Co-stimulation and A-T reg cell generation: RA allows DCs to drive TGF-β1–mediated FoxP3 induction
To investigate the capacity of different APC subsets to induce A-Treg generation in vitro, peptide-pulsed splenic CD19+ B cells and CD11c+ DCs were analyzed for their ability to drive TGF-β1–dependent FoxP3 induction in CD4+OTII+FoxP3− cells harvested and purified by sorting from the OTII+FoxP3/GFP mouse. A difference was observed between these two APC subsets to mediate conversion: B cells repeatedly induced conversion at rates between 40–60%, with DCs inducing conversion at substantially lower rates of 0–14% (Fig. 3 A; and Fig. S1), consistent with a previous study (25). The ability of B cells and DCs to mediate conversion was further analyzed by titrating exogenous TGF-β1, further sub stantiating the differential capacity of these APC subsets to medi ate T reg cell generation (Fig. S1).
When the total number of CD4+ T cells per well after culture was quantified, DCs generated far more CD4+ T cells per well then B cells (Fig. 3 B). This was expected, given the differing capacities of these APC subsets to activate T cells through their differential co-stimulatory molecule expression, with DCs far superior at activating CD4+ T cells than resting B cells (26). We hypothesized that the capacity of APCs to activate T cells through co-stimulatory molecule expression, such as CD80/86, is inversely correlated with their ability to support the generation of A-Tregs. By extension of this hypothesis, the greater the absolute yield of daughter T cells generated by an APC, the fewer the number of FoxP3-expressing T cells. To test this hypothesis directly, we examined the ability of CD80/86 knockout splenic DCs and B cells to mediate both conversion and T cell expansion. The CD80/86 knockout DCs were able to induce TGF-β1–dependent FoxP3 expression in CD4+ T cells at a substantially increased rate in comparison with WT DCs (81.33% [SD = 2.31] compared with 7.9% [SD = 1.14]; Fig. 3 A). There was no change in the ability of WT B cells versus CD80/86 knockout B cells to mediate conversion (63% [SD = 7.81] and 67.66% [SD = 5.03], respectively), which is expected because quiescent B cells express very low basal levels of CD80/86 (26).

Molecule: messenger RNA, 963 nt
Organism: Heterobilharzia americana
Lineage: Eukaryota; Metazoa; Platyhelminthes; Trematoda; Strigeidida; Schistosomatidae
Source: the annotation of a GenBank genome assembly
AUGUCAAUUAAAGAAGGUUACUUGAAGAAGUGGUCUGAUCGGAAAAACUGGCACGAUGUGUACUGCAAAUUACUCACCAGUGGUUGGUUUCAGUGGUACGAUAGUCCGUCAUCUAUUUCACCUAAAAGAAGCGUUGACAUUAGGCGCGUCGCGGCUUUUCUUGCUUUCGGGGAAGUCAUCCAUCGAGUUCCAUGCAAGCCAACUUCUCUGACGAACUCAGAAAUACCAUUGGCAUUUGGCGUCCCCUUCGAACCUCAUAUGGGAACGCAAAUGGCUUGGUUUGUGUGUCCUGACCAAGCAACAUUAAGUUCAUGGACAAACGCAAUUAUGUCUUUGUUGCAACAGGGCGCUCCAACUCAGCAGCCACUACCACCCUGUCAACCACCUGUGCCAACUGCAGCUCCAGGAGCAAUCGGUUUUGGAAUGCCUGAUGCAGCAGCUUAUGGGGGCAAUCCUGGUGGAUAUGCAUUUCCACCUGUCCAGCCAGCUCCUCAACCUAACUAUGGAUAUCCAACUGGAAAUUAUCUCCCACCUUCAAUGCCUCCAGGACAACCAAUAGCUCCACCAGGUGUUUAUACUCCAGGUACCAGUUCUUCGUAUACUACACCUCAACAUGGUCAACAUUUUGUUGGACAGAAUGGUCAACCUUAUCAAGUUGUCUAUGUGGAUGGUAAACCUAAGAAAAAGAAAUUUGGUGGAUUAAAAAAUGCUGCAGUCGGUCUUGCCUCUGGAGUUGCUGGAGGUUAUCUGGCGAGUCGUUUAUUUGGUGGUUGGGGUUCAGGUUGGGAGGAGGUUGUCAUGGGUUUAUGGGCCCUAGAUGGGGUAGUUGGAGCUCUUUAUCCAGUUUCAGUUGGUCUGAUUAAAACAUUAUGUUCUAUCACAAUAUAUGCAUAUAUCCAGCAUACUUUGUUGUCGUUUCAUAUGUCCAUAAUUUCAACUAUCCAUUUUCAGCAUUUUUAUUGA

The in vitro and in vivo activation of both B cells and DCs through CD40 engagement by its ligand, CD154, increases the expression of CD80/86 by these APCs. The inclusion of blocking αCD154 antibody to our co-cultures enabled DCs to have an increased ability to mediate conversion (7.94% [SD = 1.14] compared with 15.26% [SD = 0.55] with αCD154; Fig. 3 A). Similar results were observed using CD40 knockout DCs (unpublished data). Interestingly, αCD154 antibody appeared to decrease B cell–mediated conversion, possibly implying a requirement for very low levels of co-stimulation in this co-culture system (63% [SD = 7.81] compared with 39.33% [SD = 4.5] with αCD154).
We next addressed whether B cell activation and the acquisition of heightened co-stimulatory molecule expression impaired the ability to induce conversion. When B cells were preactivated for 48 h by either LPS or agonistic-αCD40 supplemented with IL-4 and then used as APCs, B cell–mediated conversion was impaired (Fig. 3 C).
When CD4+ T cells were activated using WT or CD80/86 knockout DCs in the presence of exogenous IL-2, considerably more T cells per well were generated by WT DCs in comparison with CD80/86 knockout DCs (19.64 × 104 cells [SD = 2.42 × 104] compared with 9.13 × 104 cells [SD = 2.48 × 104]; Fig. 3 B). The addition of RA or TGF-β1 or both did not affect this observed difference (Fig. 3 B). Upon the addition of TGF-β1 to these cultures, the decrease of T cell numbers between WT and CD80/86 knockout DCs inversely correlated with a substantial increase in the number of FoxP3-expressing T cells in the CD80/86 knockout group versus the WT group (6.35 × 104 cells [SD = 0.15 × 104] compared with 1.33 × 104 cells [SD = 0.25 × 104]; Fig. 3 B).
The addition of αCD154 did not lead to a considerable change in T cell numbers generated by DCs with the addition of exogenous IL-2 (19.64 × 104 [SD = 2.42 × 104] compared with 11.13 × 104 [SD = 7.75 × 104] with αCD154; Fig. 3 B). No difference in T cell number was again observed with the further addition of RA or TGF-β1, or both. Additionally, there was no considerable increase in the numbers of FoxP3-expressing cells because of the inclusion of αCD154 to our DC co-cultures supplemented with TGF-β1 (1.33 × 104 [SD = 0.25 × 104] compared with 1.56 × 104 [SD = 0.36 × 104]; Fig. 3 B). Despite the enhanced conversion imparted by αCD154 in our DC/T cell co-cultures in Fig. 3 A, this result was not entirely unexpected. First, even with a CD154/CD40 blockade, DCs will still express levels of CD80/86 that are sufficient in expanding T cells. Second, the increase in DC-mediated conversion caused by αCD154 may not be enough to net an absolute increase in T reg cell numbers in this experimental system.